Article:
Modern Web Design
I recently stumbled upon a website, SAFE House [archive] [screenshot], which provides a safe place to live for children in abusive families. While I like what they're doing, one particular design aspect caught my attention, and not in a good way. As I continued thinking about this design aspect, I started to think about other common web design issues, which inspired me to write this article.ESCAPE
So, first off, what was the issue I noticed? Was it the fact that they quite obviously used a wix.com theme I've already seen a thousand times? Nope. Was it the fact that the header bar on their desktop site takes up way too much of the screen and isn't even positioned properly? Nope. It's their little red "escape" button, which is intended to allow visitors to conceal their use of the site, but instead only makes things slightly more dangerous for visitors who actually need it.
The point of the aforementioned escape button is to provide visitors a quick way to conceal their activities. This makes sense, considering abusive parents might not like the idea of their kids leaving. Their kid leaving means they can't hurt them, and the inability to hurt their kid takes away their sense of control. As such, the kid trying to leave might be interpreted as an offensive and selfish act. Yeah, it's fucked up, but some people actually think that way.
The problem isn't with the idea, it's the execution. The button works reasonably well on desktop, if you overlook the fact that the header bar takes up half the screen on a standard 1366x768 display. However, it takes about a second to load the Google homepage, during which time the original site is still clearly visible. The other issue is on mobile, the button scrolls with the rest of the page. This means a user would have to scroll all the way up, click the unnecessarily-small button, then wait said second for Google to load. For obvious reasons, neither case is exactly great for the intended purpose.
onclick event that hides the page content immediately, while loading the content of its target (in this case, Google). Also, make sure the button is absolutely massive, so as to be easily accessible by even the largest of sausage fingers. The source to do this is pretty simple; just embed the following snippet somewhere in your page:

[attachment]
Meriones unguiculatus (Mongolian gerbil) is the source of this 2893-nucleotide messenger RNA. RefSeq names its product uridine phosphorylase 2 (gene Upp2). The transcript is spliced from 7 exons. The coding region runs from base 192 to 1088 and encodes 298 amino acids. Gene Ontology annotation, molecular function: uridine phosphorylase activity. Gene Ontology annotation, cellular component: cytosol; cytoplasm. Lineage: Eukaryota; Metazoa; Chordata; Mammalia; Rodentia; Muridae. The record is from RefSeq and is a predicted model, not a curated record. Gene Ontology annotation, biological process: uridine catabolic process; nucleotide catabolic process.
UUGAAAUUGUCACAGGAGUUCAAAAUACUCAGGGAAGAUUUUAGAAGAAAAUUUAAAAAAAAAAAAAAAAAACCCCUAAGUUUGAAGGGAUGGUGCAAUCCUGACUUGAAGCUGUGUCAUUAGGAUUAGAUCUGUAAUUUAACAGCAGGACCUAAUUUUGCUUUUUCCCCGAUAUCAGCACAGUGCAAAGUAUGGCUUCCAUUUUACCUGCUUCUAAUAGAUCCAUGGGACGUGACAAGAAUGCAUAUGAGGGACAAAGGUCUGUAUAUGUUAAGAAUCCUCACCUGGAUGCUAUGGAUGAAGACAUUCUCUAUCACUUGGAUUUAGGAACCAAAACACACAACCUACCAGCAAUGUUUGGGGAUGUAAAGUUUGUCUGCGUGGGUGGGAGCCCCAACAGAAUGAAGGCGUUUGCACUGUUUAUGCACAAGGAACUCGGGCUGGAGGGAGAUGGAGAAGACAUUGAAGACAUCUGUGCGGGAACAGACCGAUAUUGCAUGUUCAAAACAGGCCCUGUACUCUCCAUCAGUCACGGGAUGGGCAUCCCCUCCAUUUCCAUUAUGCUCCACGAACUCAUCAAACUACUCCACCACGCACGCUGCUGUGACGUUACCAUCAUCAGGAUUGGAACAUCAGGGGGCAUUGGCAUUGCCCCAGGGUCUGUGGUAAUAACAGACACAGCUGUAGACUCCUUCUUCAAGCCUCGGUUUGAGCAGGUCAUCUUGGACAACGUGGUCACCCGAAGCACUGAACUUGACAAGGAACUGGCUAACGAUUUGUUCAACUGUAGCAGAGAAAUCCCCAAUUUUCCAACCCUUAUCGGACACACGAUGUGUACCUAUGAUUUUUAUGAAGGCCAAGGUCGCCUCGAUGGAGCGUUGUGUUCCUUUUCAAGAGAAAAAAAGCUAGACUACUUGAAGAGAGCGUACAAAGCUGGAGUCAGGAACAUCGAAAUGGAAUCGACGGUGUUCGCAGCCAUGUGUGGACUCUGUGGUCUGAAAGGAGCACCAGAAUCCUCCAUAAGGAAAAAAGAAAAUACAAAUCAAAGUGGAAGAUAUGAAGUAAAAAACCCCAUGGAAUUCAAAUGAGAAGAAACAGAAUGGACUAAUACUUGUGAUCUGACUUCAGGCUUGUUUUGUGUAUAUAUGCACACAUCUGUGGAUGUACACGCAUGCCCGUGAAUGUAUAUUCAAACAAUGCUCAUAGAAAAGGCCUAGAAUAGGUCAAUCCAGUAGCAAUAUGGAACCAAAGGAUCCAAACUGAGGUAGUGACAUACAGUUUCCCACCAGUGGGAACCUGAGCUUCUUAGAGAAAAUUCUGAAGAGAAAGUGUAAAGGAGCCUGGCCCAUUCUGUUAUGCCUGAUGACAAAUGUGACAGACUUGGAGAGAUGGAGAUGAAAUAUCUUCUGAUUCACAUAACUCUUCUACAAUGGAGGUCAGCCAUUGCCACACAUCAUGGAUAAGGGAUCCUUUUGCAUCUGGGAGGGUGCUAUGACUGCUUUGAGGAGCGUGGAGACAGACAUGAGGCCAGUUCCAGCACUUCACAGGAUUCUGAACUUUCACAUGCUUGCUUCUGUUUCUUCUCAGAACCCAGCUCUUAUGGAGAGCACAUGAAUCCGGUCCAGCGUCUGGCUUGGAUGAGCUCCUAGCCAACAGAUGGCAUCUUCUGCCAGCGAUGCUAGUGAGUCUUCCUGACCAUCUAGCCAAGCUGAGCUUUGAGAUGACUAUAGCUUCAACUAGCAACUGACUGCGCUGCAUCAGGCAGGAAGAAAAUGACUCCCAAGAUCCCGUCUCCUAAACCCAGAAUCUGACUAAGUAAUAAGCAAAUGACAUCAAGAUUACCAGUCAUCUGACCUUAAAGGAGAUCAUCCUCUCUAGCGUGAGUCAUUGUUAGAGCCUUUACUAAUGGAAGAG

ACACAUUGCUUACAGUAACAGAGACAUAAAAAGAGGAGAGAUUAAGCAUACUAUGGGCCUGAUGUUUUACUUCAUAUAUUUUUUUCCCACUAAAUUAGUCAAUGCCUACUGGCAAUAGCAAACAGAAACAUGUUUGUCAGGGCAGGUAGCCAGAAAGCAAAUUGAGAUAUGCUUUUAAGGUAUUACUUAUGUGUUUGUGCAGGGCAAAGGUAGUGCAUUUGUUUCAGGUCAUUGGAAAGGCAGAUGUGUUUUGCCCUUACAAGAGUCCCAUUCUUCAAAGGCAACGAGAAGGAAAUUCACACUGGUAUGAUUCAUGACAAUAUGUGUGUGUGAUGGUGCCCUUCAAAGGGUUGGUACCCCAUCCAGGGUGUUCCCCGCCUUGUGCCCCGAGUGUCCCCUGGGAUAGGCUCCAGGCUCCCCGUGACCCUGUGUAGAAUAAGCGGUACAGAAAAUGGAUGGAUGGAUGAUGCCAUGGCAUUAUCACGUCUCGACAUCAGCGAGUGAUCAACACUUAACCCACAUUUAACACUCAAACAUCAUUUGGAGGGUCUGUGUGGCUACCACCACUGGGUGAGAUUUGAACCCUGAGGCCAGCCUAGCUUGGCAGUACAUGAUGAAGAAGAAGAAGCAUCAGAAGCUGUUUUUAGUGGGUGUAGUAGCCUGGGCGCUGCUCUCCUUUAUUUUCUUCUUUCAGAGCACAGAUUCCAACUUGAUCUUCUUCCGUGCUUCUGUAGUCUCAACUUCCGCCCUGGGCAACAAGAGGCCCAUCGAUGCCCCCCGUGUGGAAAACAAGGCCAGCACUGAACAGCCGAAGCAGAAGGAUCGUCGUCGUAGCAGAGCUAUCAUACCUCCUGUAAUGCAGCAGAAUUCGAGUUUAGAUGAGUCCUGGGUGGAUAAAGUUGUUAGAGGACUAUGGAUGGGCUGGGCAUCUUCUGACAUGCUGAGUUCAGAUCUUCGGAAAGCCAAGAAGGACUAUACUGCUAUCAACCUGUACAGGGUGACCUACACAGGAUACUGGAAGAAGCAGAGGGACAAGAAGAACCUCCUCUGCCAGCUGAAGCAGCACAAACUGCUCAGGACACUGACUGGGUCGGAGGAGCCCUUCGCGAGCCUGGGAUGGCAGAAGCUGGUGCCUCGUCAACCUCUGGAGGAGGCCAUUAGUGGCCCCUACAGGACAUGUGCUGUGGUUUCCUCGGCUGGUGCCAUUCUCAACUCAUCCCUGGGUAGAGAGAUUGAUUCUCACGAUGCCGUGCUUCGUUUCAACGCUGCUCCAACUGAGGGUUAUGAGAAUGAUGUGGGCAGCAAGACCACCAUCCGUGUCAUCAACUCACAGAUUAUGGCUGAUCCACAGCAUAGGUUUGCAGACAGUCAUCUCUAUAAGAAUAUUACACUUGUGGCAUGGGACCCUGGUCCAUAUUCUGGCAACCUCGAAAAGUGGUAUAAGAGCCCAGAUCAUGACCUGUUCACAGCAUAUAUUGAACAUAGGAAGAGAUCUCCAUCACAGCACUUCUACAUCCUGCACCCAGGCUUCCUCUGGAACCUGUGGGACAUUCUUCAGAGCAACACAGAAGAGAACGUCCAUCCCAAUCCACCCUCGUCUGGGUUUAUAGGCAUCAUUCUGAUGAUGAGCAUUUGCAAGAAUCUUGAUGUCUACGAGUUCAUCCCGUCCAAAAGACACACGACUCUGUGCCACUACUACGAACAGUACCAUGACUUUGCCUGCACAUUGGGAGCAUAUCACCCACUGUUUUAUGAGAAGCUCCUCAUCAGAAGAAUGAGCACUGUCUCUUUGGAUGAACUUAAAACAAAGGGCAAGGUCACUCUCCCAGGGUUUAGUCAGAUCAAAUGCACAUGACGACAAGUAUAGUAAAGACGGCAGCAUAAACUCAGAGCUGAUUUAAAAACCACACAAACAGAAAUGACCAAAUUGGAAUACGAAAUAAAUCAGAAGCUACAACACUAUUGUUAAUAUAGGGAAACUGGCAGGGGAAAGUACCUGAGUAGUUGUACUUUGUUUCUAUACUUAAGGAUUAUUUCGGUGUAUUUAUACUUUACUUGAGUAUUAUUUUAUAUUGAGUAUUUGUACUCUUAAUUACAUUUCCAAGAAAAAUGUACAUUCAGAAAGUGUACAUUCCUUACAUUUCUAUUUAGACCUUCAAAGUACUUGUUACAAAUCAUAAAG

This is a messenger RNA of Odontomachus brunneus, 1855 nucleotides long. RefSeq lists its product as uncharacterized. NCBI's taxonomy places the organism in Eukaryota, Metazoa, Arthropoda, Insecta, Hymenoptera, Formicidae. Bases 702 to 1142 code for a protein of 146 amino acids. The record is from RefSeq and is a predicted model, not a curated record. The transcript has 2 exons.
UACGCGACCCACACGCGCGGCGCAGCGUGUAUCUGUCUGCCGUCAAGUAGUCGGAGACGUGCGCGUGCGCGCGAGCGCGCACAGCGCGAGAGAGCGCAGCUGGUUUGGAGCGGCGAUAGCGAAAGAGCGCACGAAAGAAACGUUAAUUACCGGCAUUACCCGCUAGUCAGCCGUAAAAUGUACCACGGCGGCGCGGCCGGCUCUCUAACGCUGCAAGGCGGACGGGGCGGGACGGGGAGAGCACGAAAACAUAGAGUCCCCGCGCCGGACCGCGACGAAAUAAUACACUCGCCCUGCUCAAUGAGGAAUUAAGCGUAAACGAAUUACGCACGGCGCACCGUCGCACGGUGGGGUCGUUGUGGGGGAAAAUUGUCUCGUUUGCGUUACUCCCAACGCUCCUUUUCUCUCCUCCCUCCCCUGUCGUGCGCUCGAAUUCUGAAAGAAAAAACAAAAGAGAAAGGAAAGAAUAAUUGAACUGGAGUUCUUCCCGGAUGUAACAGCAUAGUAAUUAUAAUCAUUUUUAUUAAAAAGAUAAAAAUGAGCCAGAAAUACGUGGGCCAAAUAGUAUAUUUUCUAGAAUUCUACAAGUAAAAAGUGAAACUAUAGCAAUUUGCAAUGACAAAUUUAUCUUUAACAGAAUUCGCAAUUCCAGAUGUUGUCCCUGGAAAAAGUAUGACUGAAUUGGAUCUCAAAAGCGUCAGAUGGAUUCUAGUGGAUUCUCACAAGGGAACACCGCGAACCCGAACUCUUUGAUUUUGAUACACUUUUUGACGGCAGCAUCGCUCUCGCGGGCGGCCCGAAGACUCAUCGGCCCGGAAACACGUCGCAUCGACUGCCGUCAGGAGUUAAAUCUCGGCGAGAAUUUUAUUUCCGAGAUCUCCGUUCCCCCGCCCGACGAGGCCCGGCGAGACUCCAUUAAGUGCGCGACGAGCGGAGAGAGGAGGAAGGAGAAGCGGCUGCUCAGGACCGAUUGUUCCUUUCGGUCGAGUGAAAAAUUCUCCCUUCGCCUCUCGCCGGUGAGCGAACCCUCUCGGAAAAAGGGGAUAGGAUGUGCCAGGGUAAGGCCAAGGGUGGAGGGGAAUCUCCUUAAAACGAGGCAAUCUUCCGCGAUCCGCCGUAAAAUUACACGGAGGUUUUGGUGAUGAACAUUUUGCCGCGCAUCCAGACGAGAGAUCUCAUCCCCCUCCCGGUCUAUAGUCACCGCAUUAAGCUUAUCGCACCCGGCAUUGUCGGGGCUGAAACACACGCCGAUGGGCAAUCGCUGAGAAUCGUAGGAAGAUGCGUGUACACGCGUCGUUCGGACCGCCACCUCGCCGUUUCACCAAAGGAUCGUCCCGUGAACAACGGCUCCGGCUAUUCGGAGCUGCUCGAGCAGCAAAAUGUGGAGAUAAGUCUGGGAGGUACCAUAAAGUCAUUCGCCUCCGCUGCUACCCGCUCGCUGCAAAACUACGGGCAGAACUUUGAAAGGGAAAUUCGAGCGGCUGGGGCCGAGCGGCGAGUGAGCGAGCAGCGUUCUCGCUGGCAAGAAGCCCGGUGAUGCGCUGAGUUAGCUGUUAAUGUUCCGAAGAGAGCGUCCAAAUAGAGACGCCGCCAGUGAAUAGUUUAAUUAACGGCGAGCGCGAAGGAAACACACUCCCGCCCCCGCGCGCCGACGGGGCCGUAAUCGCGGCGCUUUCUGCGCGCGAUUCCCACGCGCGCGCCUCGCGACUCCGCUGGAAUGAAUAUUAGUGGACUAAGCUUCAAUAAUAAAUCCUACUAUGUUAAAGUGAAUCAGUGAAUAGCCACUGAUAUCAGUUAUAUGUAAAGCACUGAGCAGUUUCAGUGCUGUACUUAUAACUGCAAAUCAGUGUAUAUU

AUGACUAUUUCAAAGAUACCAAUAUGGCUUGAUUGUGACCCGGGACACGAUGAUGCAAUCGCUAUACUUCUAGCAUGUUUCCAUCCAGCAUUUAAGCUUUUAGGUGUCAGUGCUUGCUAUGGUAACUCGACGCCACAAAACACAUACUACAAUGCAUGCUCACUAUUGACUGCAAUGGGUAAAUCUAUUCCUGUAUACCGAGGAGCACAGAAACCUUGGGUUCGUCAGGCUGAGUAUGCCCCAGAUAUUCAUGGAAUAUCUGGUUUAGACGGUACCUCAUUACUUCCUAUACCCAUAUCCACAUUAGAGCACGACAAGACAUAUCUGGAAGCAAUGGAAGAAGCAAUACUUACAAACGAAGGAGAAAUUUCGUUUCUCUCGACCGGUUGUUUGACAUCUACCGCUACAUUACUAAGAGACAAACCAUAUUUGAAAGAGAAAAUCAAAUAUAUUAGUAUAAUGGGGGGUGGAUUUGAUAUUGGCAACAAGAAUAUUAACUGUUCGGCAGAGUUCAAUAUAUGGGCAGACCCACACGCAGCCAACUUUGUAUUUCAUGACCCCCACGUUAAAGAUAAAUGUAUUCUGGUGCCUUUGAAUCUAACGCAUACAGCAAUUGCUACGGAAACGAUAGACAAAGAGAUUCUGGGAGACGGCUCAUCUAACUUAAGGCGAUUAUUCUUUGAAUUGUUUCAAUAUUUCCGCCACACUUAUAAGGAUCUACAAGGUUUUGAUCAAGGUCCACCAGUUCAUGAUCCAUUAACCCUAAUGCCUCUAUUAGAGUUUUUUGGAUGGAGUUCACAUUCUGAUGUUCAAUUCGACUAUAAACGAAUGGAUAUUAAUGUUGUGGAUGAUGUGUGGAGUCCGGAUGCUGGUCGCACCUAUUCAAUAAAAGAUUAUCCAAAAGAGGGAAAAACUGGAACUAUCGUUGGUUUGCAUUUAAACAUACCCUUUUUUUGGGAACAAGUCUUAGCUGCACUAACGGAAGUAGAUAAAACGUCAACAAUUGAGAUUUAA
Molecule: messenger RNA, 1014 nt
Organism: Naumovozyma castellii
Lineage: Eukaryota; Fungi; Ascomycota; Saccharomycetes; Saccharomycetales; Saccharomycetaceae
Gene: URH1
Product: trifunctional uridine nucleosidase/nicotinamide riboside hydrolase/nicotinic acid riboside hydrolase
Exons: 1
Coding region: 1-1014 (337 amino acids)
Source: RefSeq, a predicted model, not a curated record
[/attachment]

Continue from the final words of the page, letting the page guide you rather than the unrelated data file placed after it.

Note: Some versions of Safari on iOS seem to hide the browser's header bar without adjusting the HTML viewport. This leads to the button becoming partially-hidden. While I would consider this a browser bug and not a bug in my code, this nonetheless needs to be accounted for. Possible fixes include:
- Moving the button down slightly. This will give the button a small bit of room to move without going off the screen and becoming hidden
- Moving the button to the bottom of the screen, instead of the top of the screen. This works on the same principal as the first fix
But this article is about more than just designing the perfect "escape" button for a website (especially since alt-tab, alt-F4, or win-D can all work just as well). So, after careful consideration (and by that I mean this is off the top of my head), I bring you:
NobodySpecial's cardinal sins of web design
- 3rd-party content, including content hosted by CDNs
- Any 3rd-party content adds opportunity for users to be tracked, and infrastructure to be hijacked. And while HTML includes security options for detecting tampered-with CDN-hosted content in the user's browser before loading it, this still doesn't address the issue of user tracking. As a general rule, anything 3rd-party should be (a) mirrored as a first-party resource, or (b) not used at all
- 3rd-party captchas, including reCaptcha, and hCaptcha
- CloudFlare, or other similar services
- CloudFlare inserts itself as a man-in-the-middle (MitM) between the user and the website they visit. This requires users to trust a 3rd-party simply to visit a website. Of course, users rarely get the opportunity to know whether a site is using CloudFlare unless they specifically check for it on every site they visit. This undermines the user's ability to trust the websites they visit.
- Webs, Wix, Weebly, GoDaddy, SquareSpace, etc
- While these services make it easy for non-technical people to create websites, they also violate every design principal listed on this page, as well as every design principal listed in my previous article. They undermine the very foundation of a secure, decentralized, and open web that respects users. They also make websites look boring - spend enough time dealing with web development and you actually learn to identify what themes websites use at a glance. Thanks to these services, websites are bloated, slow, non-private, insecure, untrustworthy, uncreative, poorly-designed, and boring.